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10 Medical Tests Every Senior Should Get


When it comes to your wellbeing, routine medical check-ups are essential for people of any age, but they’re especially important for healthy aging, especially during a global pandemic like COVID-19.


Medical professionals and essential workers are currently working to fight this disease from the front lines in defense of vulnerable populations, including seniors.


Once you reach a certain age, you are more susceptible to specific illnesses and conditions. This means you’ll need to be more diligent with your regular examinations and tests. As you get older, incorporating the following exams into your regular healthcare routine can help prevent and manage any conditions you may be prone to:

1. Blood test

Your doctor likely already takes regular blood tests, as they can indicate a lot about your overall health. Tests such as a Complete Blood Count (CBC) can even help diagnose anemia and bone marrow abnormalities, which tend to show up later in life. Adults should get a blood test done every five years, unless otherwise instructed by your doctor.

2. Cholesterol screening

Speaking of, a regular cholesterol screening also looks at your blood to determine certain health conditions. These exams show your HDL and LDL levels – your “good” and “bad” cholesterol. A cholesterol screening identifies potential cardiovascular risks and can help your doctor come up with a preventative treatment plan. As a general rule, you should receive a cholesterol screening every 4-6 years.

3. GFR test

Your kidneys are the primary filtration system in your body, and your estimated glomerular filtration rate (eGFR) is tested to indicate how well your kidneys are cleansing toxins and waste out of your blood. This can help determine your risk for chronic kidney disease or indicate which stage you are in. Doctors calculate GFR by measuring your urine creatinine range. When the kidneys are damaged, this waste product builds up in the body and may cause high blood pressure or more serious conditions. You should have a GFR test performed every 6-12 months.

4. Dental or periodontal exam

There are a number of medications for older adults that have side effects that impact your oral health. There are a handful of systemic diseases that have oral symptoms as well. This means that as you age, it’s even more imperative that you stay on top of your visits to the dentist for cleanings and exams at least twice a year.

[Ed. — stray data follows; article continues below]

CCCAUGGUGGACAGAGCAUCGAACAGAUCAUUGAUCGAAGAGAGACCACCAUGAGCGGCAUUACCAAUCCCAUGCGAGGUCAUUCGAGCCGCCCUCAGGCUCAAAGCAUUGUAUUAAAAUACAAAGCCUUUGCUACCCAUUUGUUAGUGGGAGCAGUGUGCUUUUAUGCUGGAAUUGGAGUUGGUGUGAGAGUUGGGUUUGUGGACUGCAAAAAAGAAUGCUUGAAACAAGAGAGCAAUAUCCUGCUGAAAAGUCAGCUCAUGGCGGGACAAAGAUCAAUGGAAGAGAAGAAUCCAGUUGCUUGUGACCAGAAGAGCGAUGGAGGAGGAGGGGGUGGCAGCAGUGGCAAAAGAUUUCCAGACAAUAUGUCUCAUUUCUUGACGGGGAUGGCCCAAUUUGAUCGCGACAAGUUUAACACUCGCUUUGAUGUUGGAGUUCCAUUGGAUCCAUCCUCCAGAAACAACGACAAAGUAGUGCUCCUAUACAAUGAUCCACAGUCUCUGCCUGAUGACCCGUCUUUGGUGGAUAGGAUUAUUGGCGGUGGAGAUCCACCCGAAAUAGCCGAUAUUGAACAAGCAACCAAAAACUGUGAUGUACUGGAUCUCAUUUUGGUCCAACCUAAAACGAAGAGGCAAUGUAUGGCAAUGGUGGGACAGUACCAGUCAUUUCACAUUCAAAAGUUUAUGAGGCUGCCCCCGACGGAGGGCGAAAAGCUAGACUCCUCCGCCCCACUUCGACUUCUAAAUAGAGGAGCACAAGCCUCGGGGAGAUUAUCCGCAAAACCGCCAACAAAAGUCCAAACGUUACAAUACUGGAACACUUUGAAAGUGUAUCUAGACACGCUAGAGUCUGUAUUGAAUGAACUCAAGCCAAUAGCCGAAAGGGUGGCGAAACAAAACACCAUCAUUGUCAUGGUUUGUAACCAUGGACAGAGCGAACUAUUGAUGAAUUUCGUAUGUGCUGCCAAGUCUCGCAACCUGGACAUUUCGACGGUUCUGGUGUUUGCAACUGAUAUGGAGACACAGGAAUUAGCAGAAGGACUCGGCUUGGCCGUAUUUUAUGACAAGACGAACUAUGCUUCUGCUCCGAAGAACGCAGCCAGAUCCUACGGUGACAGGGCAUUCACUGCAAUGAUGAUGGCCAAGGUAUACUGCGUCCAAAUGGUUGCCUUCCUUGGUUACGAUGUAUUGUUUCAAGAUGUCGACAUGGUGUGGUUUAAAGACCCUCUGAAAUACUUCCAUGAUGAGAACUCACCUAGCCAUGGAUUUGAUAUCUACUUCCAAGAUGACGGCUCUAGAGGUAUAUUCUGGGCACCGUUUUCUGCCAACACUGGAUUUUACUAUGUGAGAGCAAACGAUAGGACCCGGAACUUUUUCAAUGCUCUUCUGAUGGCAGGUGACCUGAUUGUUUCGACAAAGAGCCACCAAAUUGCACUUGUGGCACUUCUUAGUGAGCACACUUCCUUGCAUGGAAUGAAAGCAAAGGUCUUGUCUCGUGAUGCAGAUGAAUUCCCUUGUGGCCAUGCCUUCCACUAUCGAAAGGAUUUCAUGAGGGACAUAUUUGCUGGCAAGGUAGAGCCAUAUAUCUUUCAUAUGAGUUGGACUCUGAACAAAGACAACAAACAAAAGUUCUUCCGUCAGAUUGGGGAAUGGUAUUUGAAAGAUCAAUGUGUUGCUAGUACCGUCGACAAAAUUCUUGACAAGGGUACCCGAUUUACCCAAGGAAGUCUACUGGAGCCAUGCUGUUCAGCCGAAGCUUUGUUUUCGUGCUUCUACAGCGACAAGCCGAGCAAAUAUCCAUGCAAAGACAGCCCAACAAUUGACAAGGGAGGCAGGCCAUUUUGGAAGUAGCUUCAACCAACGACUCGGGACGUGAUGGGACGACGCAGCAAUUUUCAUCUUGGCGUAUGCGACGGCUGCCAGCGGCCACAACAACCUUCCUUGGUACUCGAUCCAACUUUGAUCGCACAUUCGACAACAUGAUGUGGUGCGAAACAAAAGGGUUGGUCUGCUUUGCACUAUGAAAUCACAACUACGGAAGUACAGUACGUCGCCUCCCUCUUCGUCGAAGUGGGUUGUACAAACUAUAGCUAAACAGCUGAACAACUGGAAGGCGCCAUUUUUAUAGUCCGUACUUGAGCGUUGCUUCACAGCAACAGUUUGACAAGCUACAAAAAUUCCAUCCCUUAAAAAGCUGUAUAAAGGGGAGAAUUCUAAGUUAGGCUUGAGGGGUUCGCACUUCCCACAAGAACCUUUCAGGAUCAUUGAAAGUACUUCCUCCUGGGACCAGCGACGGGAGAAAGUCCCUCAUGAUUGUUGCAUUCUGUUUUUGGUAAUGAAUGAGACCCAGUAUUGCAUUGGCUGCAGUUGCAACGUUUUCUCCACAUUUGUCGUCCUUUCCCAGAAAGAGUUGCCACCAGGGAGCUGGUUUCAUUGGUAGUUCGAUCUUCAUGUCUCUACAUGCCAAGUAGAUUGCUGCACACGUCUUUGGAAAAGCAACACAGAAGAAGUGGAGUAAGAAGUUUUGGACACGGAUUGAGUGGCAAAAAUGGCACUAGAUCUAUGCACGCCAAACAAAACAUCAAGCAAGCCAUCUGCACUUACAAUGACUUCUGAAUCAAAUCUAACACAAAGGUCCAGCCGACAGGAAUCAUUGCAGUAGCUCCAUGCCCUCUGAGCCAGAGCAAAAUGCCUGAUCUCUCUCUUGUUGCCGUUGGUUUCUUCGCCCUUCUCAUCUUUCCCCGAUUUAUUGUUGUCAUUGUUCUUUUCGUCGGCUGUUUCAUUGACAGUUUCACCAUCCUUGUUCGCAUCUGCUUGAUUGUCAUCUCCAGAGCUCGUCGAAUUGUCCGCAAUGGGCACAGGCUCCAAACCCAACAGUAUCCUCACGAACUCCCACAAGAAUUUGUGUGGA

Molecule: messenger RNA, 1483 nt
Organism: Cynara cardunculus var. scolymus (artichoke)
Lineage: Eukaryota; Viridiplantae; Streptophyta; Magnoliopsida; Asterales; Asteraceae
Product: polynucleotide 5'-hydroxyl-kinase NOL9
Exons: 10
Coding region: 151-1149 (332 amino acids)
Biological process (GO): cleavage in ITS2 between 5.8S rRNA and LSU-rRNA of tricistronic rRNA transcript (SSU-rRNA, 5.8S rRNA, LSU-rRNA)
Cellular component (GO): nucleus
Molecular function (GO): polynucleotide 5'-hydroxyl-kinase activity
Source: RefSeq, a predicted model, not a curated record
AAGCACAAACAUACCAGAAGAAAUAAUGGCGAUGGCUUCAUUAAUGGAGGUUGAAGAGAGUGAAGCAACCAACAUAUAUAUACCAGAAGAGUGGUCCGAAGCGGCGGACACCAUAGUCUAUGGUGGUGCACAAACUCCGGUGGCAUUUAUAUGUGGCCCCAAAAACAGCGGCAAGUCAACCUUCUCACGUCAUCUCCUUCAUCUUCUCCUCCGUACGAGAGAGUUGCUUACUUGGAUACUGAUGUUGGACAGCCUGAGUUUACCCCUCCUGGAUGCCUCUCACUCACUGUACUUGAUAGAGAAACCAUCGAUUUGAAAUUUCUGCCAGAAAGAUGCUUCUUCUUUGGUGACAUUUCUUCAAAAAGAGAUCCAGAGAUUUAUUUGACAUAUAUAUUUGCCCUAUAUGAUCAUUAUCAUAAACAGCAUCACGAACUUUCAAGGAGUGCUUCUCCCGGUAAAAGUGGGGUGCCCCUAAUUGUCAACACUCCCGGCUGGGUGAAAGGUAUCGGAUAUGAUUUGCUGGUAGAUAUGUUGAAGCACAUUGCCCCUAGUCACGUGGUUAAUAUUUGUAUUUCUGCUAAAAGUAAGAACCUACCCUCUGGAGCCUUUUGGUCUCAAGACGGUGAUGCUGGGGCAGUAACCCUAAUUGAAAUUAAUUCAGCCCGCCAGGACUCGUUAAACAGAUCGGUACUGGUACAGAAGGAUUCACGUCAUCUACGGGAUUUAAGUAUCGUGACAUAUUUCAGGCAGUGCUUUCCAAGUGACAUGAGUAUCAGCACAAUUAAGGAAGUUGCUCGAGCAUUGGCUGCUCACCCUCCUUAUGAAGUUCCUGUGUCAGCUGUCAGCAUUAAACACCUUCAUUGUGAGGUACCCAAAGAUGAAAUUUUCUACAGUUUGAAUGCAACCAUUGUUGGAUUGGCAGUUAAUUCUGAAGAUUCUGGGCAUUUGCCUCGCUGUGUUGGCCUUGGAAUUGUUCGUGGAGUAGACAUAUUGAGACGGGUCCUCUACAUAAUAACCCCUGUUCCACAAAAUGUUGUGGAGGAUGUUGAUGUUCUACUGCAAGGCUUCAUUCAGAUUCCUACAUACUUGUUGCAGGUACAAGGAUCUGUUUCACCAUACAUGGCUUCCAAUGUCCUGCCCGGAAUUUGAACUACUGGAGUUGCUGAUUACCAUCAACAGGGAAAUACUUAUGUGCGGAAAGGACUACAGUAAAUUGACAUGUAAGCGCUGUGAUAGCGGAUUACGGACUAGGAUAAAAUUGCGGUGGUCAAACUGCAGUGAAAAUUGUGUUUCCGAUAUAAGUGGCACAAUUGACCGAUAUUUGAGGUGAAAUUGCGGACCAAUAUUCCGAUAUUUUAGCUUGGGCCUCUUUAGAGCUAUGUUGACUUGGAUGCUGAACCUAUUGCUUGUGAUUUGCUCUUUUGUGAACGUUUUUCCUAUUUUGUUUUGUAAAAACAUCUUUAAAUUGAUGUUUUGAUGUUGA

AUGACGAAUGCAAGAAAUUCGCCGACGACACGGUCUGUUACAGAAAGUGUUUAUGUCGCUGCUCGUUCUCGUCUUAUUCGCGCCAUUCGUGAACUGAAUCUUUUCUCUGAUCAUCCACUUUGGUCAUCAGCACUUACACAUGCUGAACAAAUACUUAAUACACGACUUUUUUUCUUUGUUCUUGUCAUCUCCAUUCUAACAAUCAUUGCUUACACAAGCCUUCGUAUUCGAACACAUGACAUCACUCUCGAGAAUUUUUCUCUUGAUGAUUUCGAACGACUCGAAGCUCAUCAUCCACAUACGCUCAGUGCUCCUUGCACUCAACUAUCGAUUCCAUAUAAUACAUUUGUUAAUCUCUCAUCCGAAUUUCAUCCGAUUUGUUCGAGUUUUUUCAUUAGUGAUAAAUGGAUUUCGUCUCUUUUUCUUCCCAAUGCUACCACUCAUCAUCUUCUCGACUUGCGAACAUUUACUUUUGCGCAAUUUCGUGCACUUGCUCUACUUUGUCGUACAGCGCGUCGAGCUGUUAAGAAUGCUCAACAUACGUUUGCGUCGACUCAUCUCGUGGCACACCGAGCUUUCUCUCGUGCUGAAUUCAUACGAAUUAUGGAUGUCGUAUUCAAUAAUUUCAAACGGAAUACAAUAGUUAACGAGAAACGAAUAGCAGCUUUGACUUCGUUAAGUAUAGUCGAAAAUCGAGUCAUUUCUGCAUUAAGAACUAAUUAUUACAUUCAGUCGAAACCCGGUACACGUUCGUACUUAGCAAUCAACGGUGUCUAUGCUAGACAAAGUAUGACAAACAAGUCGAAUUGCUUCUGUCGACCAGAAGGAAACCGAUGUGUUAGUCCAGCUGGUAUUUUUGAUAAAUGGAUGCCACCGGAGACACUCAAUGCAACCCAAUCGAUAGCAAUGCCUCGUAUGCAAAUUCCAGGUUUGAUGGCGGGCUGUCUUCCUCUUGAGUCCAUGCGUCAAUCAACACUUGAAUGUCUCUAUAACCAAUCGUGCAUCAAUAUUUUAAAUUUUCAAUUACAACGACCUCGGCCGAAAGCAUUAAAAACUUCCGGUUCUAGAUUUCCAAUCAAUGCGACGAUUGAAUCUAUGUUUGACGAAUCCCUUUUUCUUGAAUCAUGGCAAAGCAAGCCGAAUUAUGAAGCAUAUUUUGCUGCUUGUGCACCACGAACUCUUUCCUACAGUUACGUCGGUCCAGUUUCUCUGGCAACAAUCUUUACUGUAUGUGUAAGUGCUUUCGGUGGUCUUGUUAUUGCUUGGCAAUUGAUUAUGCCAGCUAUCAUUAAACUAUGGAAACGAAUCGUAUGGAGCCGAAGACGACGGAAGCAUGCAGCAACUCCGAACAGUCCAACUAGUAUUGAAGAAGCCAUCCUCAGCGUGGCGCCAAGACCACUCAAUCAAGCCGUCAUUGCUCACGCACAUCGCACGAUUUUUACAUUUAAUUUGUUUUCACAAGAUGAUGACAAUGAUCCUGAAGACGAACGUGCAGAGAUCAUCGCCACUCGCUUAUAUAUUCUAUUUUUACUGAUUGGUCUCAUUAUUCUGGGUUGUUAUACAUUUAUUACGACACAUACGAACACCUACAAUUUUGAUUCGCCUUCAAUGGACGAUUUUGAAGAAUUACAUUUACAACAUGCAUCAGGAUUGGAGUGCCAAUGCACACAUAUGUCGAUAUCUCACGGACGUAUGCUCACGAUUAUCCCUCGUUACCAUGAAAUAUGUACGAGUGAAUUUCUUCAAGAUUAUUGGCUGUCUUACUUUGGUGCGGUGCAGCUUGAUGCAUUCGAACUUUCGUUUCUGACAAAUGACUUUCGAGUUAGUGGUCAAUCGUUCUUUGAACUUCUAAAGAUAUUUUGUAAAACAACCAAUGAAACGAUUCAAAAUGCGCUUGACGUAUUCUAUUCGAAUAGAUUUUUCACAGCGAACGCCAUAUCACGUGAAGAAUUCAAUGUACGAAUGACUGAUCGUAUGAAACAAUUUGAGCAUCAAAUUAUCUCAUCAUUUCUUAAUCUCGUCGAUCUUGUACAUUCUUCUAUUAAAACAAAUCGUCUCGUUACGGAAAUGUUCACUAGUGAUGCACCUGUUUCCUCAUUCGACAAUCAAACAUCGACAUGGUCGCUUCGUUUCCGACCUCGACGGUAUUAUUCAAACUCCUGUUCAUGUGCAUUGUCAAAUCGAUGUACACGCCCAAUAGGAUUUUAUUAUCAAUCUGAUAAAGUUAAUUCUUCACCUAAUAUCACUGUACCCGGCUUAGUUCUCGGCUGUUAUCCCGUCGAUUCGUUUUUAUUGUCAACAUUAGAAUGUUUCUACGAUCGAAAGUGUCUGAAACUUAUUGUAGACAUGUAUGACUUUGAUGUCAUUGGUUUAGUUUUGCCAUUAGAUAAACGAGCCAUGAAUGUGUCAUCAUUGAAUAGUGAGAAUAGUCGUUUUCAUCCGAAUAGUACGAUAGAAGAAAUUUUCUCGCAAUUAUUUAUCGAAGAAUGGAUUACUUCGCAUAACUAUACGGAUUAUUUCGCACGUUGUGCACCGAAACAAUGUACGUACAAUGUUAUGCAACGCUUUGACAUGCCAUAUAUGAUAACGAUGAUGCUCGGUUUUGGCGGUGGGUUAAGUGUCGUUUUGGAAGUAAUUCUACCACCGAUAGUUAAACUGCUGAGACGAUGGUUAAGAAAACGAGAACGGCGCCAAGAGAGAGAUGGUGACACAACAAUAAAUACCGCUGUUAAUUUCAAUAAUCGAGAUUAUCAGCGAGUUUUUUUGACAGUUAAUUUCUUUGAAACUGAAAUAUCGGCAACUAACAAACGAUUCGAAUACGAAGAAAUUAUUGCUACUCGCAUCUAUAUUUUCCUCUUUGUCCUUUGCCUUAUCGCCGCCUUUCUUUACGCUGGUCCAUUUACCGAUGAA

5. Bone density scan

As you age, your bone mass decreases naturally, so staying on top of your numbers can help prevent serious injuries down the road. For older adults, a small fall could turn into a critical injury. This is especially true if you have untreated conditions like osteoporosis. Women are more prone to this condition, but it can also develop in men. To prevent or manage osteoporosis, bone density scans are recommended regularly after 65.

6. Colorectal exam

The likelihood of developing certain cancers increases as you get older. Preventative tests, such as a colorectal exam, are used to identify signs or symptoms that may indicate colon cancer. While these tests do not result in a diagnosis, they are still important, as most new cases of colon cancer occur in people over the age of 50. If abnormalities are discovered early enough, your doctor may be able to treat your symptoms relatively easily. Schedule a colorectal exam every 10 years if no abnormal results are found, and more often if suggested by your doctor.

7. Mammogram

Breast cancer is another disease to look out for as you get older. It is more prevalent in women between the ages of 50 and 74, and can typically be spotted through mammogram results. A mammogram is a test used to detect early signs of breast cancer and should be scheduled annually. Once you reach 75, frequency can be reduced.

8. Skin check

Aging also increases your risk for skin cancer, due to years of exposure to UV rays from the sun. Schedule a skin exam with your dermatologist annually if you are an older adult to prevent and manage skin complications. Your doctor can also help you know what to look for when performing self-exams.

9. Hearing test

Some of our core functions, such as hearing, become more difficult as we age, due to the changing structure in the ear. Hearing loss is fairly normal, but having a regular hearing test can help prevent further damage and make your daily life more pleasant. Hearing loss can also contribute to dizziness and make one prone to falling at home. Audiograms should be performed every 2-3 years, but can be done any time if you experience discomfort or a change in your hearing.

10. Vision test

Much like hearing tests, annual vision exams can help maintain your quality of life as you get older. Vision loss can start early in life, so it’s perfectly normal to need prescription glasses, contact or corrective surgery. Getting older also increases your risk of eye diseases, such as glaucoma or cataracts, making regular eye exams important for your health. These tests can help detect early signs of disease and lead to preventative treatment.

Getting older is a natural part of life, and with the right preparation and awareness, you can live every day fully, vibrantly. Stay in communication with your doctor to understand which health tests you should prioritize, based on your age and medical history, and make sure you’re up-to-date on all of the major vaccinations. Keep a list of medications on your refrigerator so its handy in an emergency.

About The Author

Jenny Hart is a health and wellness writer with a passion for travel, cycling and books. Her focus is topics related to the affects of aging on health and she is interested in research that can help people age better. When she isn't writing or travelling, she's traversing NYC with her two dogs Poochie and Ramone.